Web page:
$22 million “shall be dedicated to healthcare or other benefits, funds, or programs for retired players as determined by the NFLPA”;
$11 million “shall be dedicated to medical research, as agreed to by the parties”;
$22 million “shall be dedicated to charities as determined by the NFL, including NFL Charities and/or Youth Football or successor organizations.”
A new copy of Hausfeld’s “The Voice” went out yesterday with a copy of Judge Magnuson’s order from the week before. We posted that order in an earlier post- clickHEREto read the Judge’s full order from Sept. 6th.And once again as expected, more misinformation. Their latest newsletter tries to take Jason Luckasevic, Jason Shipp, Bob Stein and Hagens Berman to task by only stating that Judge Magnuson had ordered those parties to “dismiss their lawsuits” (until this phase is resolved). Full Translation: While the judge was not pleased with the timing of the suits, the Culp vs NFL Films and Tatum vs NFL Films lawsuits will be voluntarily dismissed by their respective attorneys “Without Prejudice.” In other words, those suits are only withdrawn temporarily and can be re-filed again at a future date. They are NOT being thrown out permanently by the courts. .continue reading »
In any game, you know you have everyone’s attention when your opponents always have to resort to cheating and stacking the deck. If there ever was a great example of “Desperate people do desperate things,” you’ve been watching it unfold these past months as the Opt Outs to the Dryer vs NFL Films Settlement offer came streaming in to the court. It’s looks likely that combined with the Opt Outs received by Goldberg Persky White and Bob Stein’s firms, as well as those sent in to the appointed management company and those sent in directly to the courts, we may well be looking at 1,000 Opt Outs or more. . As we continue to be educated about class actions lawsuits, 100 responses or Opt Outs would have been a typical expectation in most cases. Apathy. Lack of information. Distraction. All these factors contribute to the standard low response that most class action settlements tend to generate. But this lawsuit isn’t really about a one-time deal, as many of you have been realizing and voicing your opinions about loudly. And now we need to be even more vocal. Why? Because it’s all now allowed to do. Even though the Opt Out deadline has come and gone (August 30, 2013), the Court postponed the hearing from September to October 17, 2013 while not granting an extension to the Opt Out/Objection period. Even more interesting, the Court also allowed the lawyers who have been selling this Settlement offer to take another bite of the apple in attempting to dissuade those who have Opted Out to reconsider. And the firms who filed the two new suits against the NFL/NFL Films are being asked to dismiss them (without prejudice) until this phase is decided. But it gets more interesting: Two of the so-called new plaintiffs who were used to replace the Original Six actually filed official Opt Out notices with the Court – and BEFORE the two new lawsuits were filed. Since retired players are no longer allowed to Opt Out, we’ve decided to keep our online poll up and running until the hearing in October. Please vote if you haven’t already done so – it’s the only place left to openly voice your opinion of this proposed Settlement. .continue reading »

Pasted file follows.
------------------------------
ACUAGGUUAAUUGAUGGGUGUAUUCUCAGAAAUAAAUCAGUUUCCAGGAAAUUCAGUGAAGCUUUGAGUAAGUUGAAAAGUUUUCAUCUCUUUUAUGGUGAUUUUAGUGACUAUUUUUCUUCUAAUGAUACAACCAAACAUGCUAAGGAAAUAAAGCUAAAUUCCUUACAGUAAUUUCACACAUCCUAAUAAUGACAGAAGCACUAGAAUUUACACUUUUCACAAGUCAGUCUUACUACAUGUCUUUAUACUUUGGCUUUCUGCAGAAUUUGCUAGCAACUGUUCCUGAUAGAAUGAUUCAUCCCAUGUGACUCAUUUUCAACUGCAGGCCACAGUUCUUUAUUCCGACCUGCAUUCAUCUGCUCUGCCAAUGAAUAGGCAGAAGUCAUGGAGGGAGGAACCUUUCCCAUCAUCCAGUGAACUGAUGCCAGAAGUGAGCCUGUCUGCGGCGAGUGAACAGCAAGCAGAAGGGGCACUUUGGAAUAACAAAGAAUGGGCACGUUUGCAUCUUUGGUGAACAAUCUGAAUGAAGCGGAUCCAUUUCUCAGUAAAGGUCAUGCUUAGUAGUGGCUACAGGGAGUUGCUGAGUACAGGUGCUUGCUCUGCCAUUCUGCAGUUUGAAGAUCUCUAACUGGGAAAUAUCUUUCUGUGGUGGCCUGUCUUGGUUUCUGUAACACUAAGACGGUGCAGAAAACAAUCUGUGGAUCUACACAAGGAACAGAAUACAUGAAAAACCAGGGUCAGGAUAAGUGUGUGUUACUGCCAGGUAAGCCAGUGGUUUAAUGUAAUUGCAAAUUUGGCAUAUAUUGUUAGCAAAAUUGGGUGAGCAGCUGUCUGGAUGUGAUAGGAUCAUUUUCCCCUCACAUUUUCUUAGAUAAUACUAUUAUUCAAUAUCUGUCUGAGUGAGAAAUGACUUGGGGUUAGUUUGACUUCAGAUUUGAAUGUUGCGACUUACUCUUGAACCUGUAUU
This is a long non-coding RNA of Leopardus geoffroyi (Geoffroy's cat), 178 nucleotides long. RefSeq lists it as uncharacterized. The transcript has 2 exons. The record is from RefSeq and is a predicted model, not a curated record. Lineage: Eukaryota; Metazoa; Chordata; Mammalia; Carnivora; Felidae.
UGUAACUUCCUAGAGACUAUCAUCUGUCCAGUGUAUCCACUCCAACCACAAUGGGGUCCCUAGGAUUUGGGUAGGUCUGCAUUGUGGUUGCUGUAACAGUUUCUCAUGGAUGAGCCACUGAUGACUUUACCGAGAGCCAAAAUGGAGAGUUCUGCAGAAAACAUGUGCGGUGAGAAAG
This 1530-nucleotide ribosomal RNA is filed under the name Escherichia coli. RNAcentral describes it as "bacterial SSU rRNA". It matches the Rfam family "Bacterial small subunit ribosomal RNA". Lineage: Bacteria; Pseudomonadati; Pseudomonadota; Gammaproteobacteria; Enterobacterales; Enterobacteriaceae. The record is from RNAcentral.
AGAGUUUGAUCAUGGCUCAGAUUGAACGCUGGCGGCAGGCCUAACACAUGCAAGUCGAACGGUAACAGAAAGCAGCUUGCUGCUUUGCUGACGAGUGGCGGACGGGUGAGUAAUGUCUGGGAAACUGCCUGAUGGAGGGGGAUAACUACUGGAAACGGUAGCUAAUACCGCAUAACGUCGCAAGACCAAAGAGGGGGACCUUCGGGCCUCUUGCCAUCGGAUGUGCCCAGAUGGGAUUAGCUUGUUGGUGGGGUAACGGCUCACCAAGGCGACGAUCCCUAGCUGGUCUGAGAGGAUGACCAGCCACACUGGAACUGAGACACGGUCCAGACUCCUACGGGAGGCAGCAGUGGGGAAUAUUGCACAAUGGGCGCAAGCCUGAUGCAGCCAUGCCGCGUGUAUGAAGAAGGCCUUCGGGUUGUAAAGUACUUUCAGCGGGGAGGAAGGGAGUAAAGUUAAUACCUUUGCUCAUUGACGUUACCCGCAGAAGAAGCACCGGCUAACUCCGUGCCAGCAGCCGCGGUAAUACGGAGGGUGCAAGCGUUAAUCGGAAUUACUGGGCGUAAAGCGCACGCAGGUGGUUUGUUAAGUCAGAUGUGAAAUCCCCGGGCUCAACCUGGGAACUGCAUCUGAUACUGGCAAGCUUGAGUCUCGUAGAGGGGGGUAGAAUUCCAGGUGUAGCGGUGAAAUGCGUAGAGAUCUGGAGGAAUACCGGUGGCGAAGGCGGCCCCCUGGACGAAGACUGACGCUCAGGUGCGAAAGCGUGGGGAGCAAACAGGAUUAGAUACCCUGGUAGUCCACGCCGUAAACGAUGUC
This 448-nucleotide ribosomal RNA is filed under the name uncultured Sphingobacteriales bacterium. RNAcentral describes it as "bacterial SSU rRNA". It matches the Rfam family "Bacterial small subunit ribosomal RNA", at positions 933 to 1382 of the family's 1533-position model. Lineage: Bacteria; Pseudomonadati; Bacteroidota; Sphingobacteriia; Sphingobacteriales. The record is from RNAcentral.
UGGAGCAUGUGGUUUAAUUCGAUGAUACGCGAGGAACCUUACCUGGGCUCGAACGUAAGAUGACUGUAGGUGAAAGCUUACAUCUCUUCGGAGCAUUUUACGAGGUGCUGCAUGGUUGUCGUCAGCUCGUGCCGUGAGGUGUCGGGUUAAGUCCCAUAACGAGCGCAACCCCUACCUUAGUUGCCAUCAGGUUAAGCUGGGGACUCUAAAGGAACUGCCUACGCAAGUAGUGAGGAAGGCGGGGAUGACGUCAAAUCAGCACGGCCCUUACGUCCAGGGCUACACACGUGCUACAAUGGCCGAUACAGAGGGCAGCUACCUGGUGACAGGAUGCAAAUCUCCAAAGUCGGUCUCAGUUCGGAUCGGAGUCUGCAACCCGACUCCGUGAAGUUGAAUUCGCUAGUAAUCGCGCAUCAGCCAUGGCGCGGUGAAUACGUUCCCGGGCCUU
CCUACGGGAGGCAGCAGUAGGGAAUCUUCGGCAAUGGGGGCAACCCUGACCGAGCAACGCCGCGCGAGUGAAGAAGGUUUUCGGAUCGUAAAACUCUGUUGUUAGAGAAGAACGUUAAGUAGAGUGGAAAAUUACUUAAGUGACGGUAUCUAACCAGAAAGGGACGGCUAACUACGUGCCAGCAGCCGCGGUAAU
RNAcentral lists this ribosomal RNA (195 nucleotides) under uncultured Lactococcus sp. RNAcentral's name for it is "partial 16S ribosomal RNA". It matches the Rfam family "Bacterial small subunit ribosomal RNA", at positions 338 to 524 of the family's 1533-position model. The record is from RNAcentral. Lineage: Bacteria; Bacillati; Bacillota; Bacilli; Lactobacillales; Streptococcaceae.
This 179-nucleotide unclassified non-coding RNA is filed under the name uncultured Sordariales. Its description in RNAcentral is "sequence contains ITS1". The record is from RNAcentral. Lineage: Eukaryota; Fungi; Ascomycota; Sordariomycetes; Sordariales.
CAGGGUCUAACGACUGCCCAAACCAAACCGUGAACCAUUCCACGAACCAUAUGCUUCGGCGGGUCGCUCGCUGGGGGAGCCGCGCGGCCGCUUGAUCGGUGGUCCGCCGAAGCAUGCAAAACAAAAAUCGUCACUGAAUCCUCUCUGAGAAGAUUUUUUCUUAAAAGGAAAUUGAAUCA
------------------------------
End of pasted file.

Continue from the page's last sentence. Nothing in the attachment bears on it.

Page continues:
. What was it that Deion Sanders said a while back about how other retired players are whining because concussions don’t exist? Here’s our earlier post along with accompanying comments -click HERE to read our earlier post. .continue reading »